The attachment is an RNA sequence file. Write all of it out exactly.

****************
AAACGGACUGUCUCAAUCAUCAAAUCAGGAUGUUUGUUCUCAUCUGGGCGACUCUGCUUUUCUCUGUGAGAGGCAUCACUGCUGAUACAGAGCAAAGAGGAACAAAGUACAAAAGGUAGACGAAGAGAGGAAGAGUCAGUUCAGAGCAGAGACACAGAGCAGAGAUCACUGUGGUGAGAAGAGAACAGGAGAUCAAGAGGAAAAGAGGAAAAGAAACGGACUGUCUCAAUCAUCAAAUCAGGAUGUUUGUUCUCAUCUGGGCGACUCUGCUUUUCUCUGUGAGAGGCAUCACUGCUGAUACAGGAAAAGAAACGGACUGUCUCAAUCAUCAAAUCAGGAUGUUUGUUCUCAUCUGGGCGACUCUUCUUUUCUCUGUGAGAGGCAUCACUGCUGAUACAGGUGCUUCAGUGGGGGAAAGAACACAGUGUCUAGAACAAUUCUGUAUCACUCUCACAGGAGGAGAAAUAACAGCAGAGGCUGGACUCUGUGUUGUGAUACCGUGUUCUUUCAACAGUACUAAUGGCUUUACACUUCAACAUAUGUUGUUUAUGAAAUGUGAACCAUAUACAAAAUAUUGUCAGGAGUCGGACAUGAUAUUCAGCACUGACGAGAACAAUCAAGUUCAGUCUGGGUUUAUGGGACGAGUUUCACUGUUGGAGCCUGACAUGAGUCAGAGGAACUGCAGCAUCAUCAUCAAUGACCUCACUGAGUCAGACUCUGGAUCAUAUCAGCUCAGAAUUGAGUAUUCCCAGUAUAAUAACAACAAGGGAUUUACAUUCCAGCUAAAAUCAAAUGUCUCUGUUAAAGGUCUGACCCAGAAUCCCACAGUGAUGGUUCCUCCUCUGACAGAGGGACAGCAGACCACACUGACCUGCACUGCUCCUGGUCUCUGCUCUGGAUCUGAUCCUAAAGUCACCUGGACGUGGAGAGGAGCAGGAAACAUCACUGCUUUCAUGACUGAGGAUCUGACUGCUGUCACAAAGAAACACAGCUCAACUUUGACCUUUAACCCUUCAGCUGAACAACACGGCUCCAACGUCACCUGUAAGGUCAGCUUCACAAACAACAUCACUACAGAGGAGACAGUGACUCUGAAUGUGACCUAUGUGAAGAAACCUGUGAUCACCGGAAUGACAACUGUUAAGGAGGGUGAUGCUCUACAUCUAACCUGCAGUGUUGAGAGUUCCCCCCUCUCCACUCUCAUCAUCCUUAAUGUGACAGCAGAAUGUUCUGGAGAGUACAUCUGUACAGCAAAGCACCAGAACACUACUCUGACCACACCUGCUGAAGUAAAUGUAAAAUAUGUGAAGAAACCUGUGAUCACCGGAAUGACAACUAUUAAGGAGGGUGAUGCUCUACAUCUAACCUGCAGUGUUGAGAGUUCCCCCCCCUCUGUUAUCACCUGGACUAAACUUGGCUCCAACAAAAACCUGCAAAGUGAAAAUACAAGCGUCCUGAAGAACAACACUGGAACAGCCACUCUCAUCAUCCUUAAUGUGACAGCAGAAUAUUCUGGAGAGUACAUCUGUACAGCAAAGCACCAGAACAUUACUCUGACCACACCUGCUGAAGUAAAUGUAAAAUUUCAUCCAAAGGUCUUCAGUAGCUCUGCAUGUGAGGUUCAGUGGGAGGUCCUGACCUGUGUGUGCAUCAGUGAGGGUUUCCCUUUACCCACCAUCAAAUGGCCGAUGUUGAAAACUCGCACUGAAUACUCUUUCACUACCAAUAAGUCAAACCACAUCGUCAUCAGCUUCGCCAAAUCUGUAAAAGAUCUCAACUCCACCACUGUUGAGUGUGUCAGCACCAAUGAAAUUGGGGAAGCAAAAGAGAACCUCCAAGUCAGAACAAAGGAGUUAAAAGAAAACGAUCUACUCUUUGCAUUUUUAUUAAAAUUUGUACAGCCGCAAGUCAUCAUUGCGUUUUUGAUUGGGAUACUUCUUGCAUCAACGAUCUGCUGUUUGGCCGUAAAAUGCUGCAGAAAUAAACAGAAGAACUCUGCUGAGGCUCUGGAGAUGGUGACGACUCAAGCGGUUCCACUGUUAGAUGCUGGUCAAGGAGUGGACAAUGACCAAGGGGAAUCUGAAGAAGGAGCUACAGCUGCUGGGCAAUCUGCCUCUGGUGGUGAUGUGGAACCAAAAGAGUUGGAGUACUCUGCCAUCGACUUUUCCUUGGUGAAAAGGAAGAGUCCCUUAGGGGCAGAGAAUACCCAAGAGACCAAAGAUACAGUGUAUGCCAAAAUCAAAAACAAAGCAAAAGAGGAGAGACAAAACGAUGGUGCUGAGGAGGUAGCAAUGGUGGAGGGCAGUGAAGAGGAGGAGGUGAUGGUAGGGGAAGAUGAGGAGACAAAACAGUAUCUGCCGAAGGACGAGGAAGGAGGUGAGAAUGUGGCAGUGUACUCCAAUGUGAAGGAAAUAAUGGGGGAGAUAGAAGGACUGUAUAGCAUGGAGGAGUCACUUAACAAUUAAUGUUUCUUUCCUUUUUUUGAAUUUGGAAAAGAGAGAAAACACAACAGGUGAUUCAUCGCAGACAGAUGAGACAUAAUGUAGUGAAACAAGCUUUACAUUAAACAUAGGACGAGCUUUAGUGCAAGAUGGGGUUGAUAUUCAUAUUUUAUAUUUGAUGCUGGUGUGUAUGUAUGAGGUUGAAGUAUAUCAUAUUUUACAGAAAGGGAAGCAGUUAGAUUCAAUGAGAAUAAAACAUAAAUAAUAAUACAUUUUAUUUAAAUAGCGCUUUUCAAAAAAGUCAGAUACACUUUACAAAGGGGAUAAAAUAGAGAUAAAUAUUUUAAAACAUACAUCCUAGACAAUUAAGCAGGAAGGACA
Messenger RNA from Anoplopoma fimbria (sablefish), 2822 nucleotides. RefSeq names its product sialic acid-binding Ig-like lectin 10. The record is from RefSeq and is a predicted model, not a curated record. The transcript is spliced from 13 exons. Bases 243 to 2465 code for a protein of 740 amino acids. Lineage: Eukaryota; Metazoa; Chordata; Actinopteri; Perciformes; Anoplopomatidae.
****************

AAACGGACUGUCUCAAUCAUCAAAUCAGGAUGUUUGUUCUCAUCUGGGCGACUCUGCUUUUCUCUGUGAGAGGCAUCACUGCUGAUACAGAGCAAAGAGGAACAAAGUACAAAAGGUAGACGAAGAGAGGAAGAGUCAGUUCAGAGCAGAGACACAGAGCAGAGAUCACUGUGGUGAGAAGAGAACAGGAGAUCAAGAGGAAAAGAGGAAAAGAAACGGACUGUCUCAAUCAUCAAAUCAGGAUGUUUGUUCUCAUCUGGGCGACUCUGCUUUUCUCUGUGAGAGGCAUCACUGCUGAUACAGGAAAAGAAACGGACUGUCUCAAUCAUCAAAUCAGGAUGUUUGUUCUCAUCUGGGCGACUCUUCUUUUCUCUGUGAGAGGCAUCACUGCUGAUACAGGUGCUUCAGUGGGGGAAAGAACACAGUGUCUAGAACAAUUCUGUAUCACUCUCACAGGAGGAGAAAUAACAGCAGAGGCUGGACUCUGUGUUGUGAUACCGUGUUCUUUCAACAGUACUAAUGGCUUUACACUUCAACAUAUGUUGUUUAUGAAAUGUGAACCAUAUACAAAAUAUUGUCAGGAGUCGGACAUGAUAUUCAGCACUGACGAGAACAAUCAAGUUCAGUCUGGGUUUAUGGGACGAGUUUCACUGUUGGAGCCUGACAUGAGUCAGAGGAACUGCAGCAUCAUCAUCAAUGACCUCACUGAGUCAGACUCUGGAUCAUAUCAGCUCAGAAUUGAGUAUUCCCAGUAUAAUAACAACAAGGGAUUUACAUUCCAGCUAAAAUCAAAUGUCUCUGUUAAAGGUCUGACCCAGAAUCCCACAGUGAUGGUUCCUCCUCUGACAGAGGGACAGCAGACCACACUGACCUGCACUGCUCCUGGUCUCUGCUCUGGAUCUGAUCCUAAAGUCACCUGGACGUGGAGAGGAGCAGGAAACAUCACUGCUUUCAUGACUGAGGAUCUGACUGCUGUCACAAAGAAACACAGCUCAACUUUGACCUUUAACCCUUCAGCUGAACAACACGGCUCCAACGUCACCUGUAAGGUCAGCUUCACAAACAACAUCACUACAGAGGAGACAGUGACUCUGAAUGUGACCUAUGUGAAGAAACCUGUGAUCACCGGAAUGACAACUGUUAAGGAGGGUGAUGCUCUACAUCUAACCUGCAGUGUUGAGAGUUCCCCCCUCUCCACUCUCAUCAUCCUUAAUGUGACAGCAGAAUGUUCUGGAGAGUACAUCUGUACAGCAAAGCACCAGAACACUACUCUGACCACACCUGCUGAAGUAAAUGUAAAAUAUGUGAAGAAACCUGUGAUCACCGGAAUGACAACUAUUAAGGAGGGUGAUGCUCUACAUCUAACCUGCAGUGUUGAGAGUUCCCCCCCCUCUGUUAUCACCUGGACUAAACUUGGCUCCAACAAAAACCUGCAAAGUGAAAAUACAAGCGUCCUGAAGAACAACACUGGAACAGCCACUCUCAUCAUCCUUAAUGUGACAGCAGAAUAUUCUGGAGAGUACAUCUGUACAGCAAAGCACCAGAACAUUACUCUGACCACACCUGCUGAAGUAAAUGUAAAAUUUCAUCCAAAGGUCUUCAGUAGCUCUGCAUGUGAGGUUCAGUGGGAGGUCCUGACCUGUGUGUGCAUCAGUGAGGGUUUCCCUUUACCCACCAUCAAAUGGCCGAUGUUGAAAACUCGCACUGAAUACUCUUUCACUACCAAUAAGUCAAACCACAUCGUCAUCAGCUUCGCCAAAUCUGUAAAAGAUCUCAACUCCACCACUGUUGAGUGUGUCAGCACCAAUGAAAUUGGGGAAGCAAAAGAGAACCUCCAAGUCAGAACAAAGGAGUUAAAAGAAAACGAUCUACUCUUUGCAUUUUUAUUAAAAUUUGUACAGCCGCAAGUCAUCAUUGCGUUUUUGAUUGGGAUACUUCUUGCAUCAACGAUCUGCUGUUUGGCCGUAAAAUGCUGCAGAAAUAAACAGAAGAACUCUGCUGAGGCUCUGGAGAUGGUGACGACUCAAGCGGUUCCACUGUUAGAUGCUGGUCAAGGAGUGGACAAUGACCAAGGGGAAUCUGAAGAAGGAGCUACAGCUGCUGGGCAAUCUGCCUCUGGUGGUGAUGUGGAACCAAAAGAGUUGGAGUACUCUGCCAUCGACUUUUCCUUGGUGAAAAGGAAGAGUCCCUUAGGGGCAGAGAAUACCCAAGAGACCAAAGAUACAGUGUAUGCCAAAAUCAAAAACAAAGCAAAAGAGGAGAGACAAAACGAUGGUGCUGAGGAGGUAGCAAUGGUGGAGGGCAGUGAAGAGGAGGAGGUGAUGGUAGGGGAAGAUGAGGAGACAAAACAGUAUCUGCCGAAGGACGAGGAAGGAGGUGAGAAUGUGGCAGUGUACUCCAAUGUGAAGGAAAUAAUGGGGGAGAUAGAAGGACUGUAUAGCAUGGAGGAGUCACUUAACAAUUAAUGUUUCUUUCCUUUUUUUGAAUUUGGAAAAGAGAGAAAACACAACAGGUGAUUCAUCGCAGACAGAUGAGACAUAAUGUAGUGAAACAAGCUUUACAUUAAACAUAGGACGAGCUUUAGUGCAAGAUGGGGUUGAUAUUCAUAUUUUAUAUUUGAUGCUGGUGUGUAUGUAUGAGGUUGAAGUAUAUCAUAUUUUACAGAAAGGGAAGCAGUUAGAUUCAAUGAGAAUAAAACAUAAAUAAUAAUACAUUUUAUUUAAAUAGCGCUUUUCAAAAAAGUCAGAUACACUUUACAAAGGGGAUAAAAUAGAGAUAAAUAUUUUAAAACAUACAUCCUAGACAAUUAAGCAGGAAGGACA
Messenger RNA from Anoplopoma fimbria (sablefish), 2822 nucleotides. RefSeq names its product sialic acid-binding Ig-like lectin 10. The record is from RefSeq and is a predicted model, not a curated record. The transcript is spliced from 13 exons. Bases 243 to 2465 code for a protein of 740 amino acids. Lineage: Eukaryota; Metazoa; Chordata; Actinopteri; Perciformes; Anoplopomatidae.